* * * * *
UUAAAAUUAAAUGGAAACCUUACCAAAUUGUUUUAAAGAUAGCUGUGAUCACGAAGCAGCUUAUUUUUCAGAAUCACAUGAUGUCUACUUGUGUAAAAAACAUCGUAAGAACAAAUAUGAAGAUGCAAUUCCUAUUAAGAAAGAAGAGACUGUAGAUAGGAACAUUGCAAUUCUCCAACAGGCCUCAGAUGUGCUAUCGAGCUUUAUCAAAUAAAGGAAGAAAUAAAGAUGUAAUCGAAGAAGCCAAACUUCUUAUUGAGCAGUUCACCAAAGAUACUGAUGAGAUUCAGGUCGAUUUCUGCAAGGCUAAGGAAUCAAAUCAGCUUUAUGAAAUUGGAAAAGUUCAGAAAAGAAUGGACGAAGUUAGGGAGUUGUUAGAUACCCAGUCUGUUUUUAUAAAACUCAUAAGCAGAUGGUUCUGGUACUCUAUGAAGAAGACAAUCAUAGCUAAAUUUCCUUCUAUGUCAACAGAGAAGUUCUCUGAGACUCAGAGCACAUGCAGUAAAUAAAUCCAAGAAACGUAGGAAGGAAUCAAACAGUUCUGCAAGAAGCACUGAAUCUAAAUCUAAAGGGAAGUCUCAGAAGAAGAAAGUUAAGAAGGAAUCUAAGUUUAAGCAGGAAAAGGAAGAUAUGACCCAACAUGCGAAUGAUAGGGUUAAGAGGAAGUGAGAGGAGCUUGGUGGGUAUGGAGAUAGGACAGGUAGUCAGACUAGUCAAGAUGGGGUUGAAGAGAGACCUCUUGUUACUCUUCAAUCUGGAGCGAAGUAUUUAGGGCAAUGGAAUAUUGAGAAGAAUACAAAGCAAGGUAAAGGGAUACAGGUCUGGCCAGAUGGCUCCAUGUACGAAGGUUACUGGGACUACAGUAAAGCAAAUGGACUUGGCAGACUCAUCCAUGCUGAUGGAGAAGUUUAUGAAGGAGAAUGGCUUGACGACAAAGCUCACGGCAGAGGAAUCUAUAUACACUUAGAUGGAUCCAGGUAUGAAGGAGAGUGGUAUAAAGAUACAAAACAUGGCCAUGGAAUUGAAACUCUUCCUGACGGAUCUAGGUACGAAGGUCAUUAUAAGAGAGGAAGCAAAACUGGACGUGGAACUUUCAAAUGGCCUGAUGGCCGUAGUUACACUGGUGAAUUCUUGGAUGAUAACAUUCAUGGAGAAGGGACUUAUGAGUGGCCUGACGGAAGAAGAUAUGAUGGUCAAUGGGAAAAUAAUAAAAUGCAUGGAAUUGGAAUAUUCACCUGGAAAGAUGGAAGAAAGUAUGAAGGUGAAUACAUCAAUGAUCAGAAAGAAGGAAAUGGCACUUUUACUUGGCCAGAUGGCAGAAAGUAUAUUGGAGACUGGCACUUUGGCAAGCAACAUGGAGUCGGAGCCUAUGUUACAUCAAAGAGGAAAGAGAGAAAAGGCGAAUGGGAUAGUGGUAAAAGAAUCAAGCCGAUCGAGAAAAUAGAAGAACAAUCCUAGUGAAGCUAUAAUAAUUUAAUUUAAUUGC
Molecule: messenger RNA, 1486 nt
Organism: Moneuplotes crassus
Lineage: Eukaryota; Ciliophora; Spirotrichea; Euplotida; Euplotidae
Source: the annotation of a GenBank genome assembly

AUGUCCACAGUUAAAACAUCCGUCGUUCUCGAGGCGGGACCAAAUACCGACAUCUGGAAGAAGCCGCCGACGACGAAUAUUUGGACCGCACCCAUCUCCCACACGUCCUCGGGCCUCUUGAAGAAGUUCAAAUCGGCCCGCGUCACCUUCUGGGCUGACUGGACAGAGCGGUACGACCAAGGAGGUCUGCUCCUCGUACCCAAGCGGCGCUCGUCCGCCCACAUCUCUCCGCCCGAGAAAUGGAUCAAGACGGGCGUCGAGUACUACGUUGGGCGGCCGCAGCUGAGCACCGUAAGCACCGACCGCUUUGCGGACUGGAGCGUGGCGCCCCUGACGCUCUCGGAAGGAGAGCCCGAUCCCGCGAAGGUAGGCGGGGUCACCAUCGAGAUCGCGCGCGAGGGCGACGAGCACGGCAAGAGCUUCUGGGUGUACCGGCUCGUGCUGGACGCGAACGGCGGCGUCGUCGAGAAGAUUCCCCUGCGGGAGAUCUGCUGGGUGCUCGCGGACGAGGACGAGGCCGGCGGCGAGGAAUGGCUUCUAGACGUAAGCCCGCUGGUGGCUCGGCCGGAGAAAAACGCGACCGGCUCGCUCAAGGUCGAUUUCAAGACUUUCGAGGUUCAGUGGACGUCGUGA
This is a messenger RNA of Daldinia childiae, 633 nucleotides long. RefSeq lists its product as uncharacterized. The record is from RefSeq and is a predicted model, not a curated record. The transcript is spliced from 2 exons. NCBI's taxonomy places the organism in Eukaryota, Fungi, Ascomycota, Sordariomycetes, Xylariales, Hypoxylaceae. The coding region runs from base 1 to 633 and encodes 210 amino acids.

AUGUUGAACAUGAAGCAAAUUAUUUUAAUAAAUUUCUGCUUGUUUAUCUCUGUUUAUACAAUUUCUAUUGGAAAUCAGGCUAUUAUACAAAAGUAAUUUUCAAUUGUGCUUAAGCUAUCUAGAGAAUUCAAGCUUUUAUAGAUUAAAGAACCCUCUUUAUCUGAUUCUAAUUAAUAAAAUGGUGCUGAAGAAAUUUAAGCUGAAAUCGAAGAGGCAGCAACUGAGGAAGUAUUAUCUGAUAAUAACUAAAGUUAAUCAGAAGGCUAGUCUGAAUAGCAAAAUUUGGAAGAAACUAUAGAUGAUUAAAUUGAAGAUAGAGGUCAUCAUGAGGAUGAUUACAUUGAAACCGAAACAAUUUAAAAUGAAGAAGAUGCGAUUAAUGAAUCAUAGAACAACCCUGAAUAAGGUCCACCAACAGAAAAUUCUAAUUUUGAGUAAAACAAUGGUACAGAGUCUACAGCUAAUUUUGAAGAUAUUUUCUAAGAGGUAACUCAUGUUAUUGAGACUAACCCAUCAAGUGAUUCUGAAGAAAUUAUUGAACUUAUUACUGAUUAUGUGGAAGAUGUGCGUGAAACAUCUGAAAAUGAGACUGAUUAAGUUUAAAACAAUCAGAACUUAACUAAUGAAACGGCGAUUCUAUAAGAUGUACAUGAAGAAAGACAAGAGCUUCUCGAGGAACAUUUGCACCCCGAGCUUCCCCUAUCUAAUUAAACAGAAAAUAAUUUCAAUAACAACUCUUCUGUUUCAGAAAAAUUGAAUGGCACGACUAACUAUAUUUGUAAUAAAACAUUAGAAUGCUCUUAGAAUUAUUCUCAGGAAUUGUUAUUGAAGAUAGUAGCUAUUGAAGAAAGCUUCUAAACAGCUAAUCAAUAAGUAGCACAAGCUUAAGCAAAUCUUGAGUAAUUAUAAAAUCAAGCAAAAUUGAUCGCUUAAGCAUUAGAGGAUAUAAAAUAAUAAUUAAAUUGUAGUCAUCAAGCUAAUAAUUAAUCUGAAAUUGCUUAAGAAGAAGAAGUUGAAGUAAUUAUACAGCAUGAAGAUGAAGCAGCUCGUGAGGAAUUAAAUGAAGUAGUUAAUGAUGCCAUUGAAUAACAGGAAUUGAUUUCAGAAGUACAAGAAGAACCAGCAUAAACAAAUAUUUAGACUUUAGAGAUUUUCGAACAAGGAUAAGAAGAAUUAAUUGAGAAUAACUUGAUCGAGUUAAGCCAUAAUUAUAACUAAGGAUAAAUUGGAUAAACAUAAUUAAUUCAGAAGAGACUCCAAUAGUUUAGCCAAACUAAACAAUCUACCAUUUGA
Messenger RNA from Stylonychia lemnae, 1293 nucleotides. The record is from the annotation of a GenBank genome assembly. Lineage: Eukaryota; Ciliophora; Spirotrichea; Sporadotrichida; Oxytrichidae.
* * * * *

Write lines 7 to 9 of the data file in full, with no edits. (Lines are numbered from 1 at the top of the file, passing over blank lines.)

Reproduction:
This is a messenger RNA of Daldinia childiae, 633 nucleotides long. RefSeq lists its product as uncharacterized. The record is from RefSeq and is a predicted model, not a curated record. The transcript is spliced from 2 exons. NCBI's taxonomy places the organism in Eukaryota, Fungi, Ascomycota, Sordariomycetes, Xylariales, Hypoxylaceae. The coding region runs from base 1 to 633 and encodes 210 amino acids.

AUGUUGAACAUGAAGCAAAUUAUUUUAAUAAAUUUCUGCUUGUUUAUCUCUGUUUAUACAAUUUCUAUUGGAAAUCAGGCUAUUAUACAAAAGUAAUUUUCAAUUGUGCUUAAGCUAUCUAGAGAAUUCAAGCUUUUAUAGAUUAAAGAACCCUCUUUAUCUGAUUCUAAUUAAUAAAAUGGUGCUGAAGAAAUUUAAGCUGAAAUCGAAGAGGCAGCAACUGAGGAAGUAUUAUCUGAUAAUAACUAAAGUUAAUCAGAAGGCUAGUCUGAAUAGCAAAAUUUGGAAGAAACUAUAGAUGAUUAAAUUGAAGAUAGAGGUCAUCAUGAGGAUGAUUACAUUGAAACCGAAACAAUUUAAAAUGAAGAAGAUGCGAUUAAUGAAUCAUAGAACAACCCUGAAUAAGGUCCACCAACAGAAAAUUCUAAUUUUGAGUAAAACAAUGGUACAGAGUCUACAGCUAAUUUUGAAGAUAUUUUCUAAGAGGUAACUCAUGUUAUUGAGACUAACCCAUCAAGUGAUUCUGAAGAAAUUAUUGAACUUAUUACUGAUUAUGUGGAAGAUGUGCGUGAAACAUCUGAAAAUGAGACUGAUUAAGUUUAAAACAAUCAGAACUUAACUAAUGAAACGGCGAUUCUAUAAGAUGUACAUGAAGAAAGACAAGAGCUUCUCGAGGAACAUUUGCACCCCGAGCUUCCCCUAUCUAAUUAAACAGAAAAUAAUUUCAAUAACAACUCUUCUGUUUCAGAAAAAUUGAAUGGCACGACUAACUAUAUUUGUAAUAAAACAUUAGAAUGCUCUUAGAAUUAUUCUCAGGAAUUGUUAUUGAAGAUAGUAGCUAUUGAAGAAAGCUUCUAAACAGCUAAUCAAUAAGUAGCACAAGCUUAAGCAAAUCUUGAGUAAUUAUAAAAUCAAGCAAAAUUGAUCGCUUAAGCAUUAGAGGAUAUAAAAUAAUAAUUAAAUUGUAGUCAUCAAGCUAAUAAUUAAUCUGAAAUUGCUUAAGAAGAAGAAGUUGAAGUAAUUAUACAGCAUGAAGAUGAAGCAGCUCGUGAGGAAUUAAAUGAAGUAGUUAAUGAUGCCAUUGAAUAACAGGAAUUGAUUUCAGAAGUACAAGAAGAACCAGCAUAAACAAAUAUUUAGACUUUAGAGAUUUUCGAACAAGGAUAAGAAGAAUUAAUUGAGAAUAACUUGAUCGAGUUAAGCCAUAAUUAUAACUAAGGAUAAAUUGGAUAAACAUAAUUAAUUCAGAAGAGACUCCAAUAGUUUAGCCAAACUAAACAAUCUACCAUUUGA
Messenger RNA from Stylonychia lemnae, 1293 nucleotides. The record is from the annotation of a GenBank genome assembly. Lineage: Eukaryota; Ciliophora; Spirotrichea; Sporadotrichida; Oxytrichidae.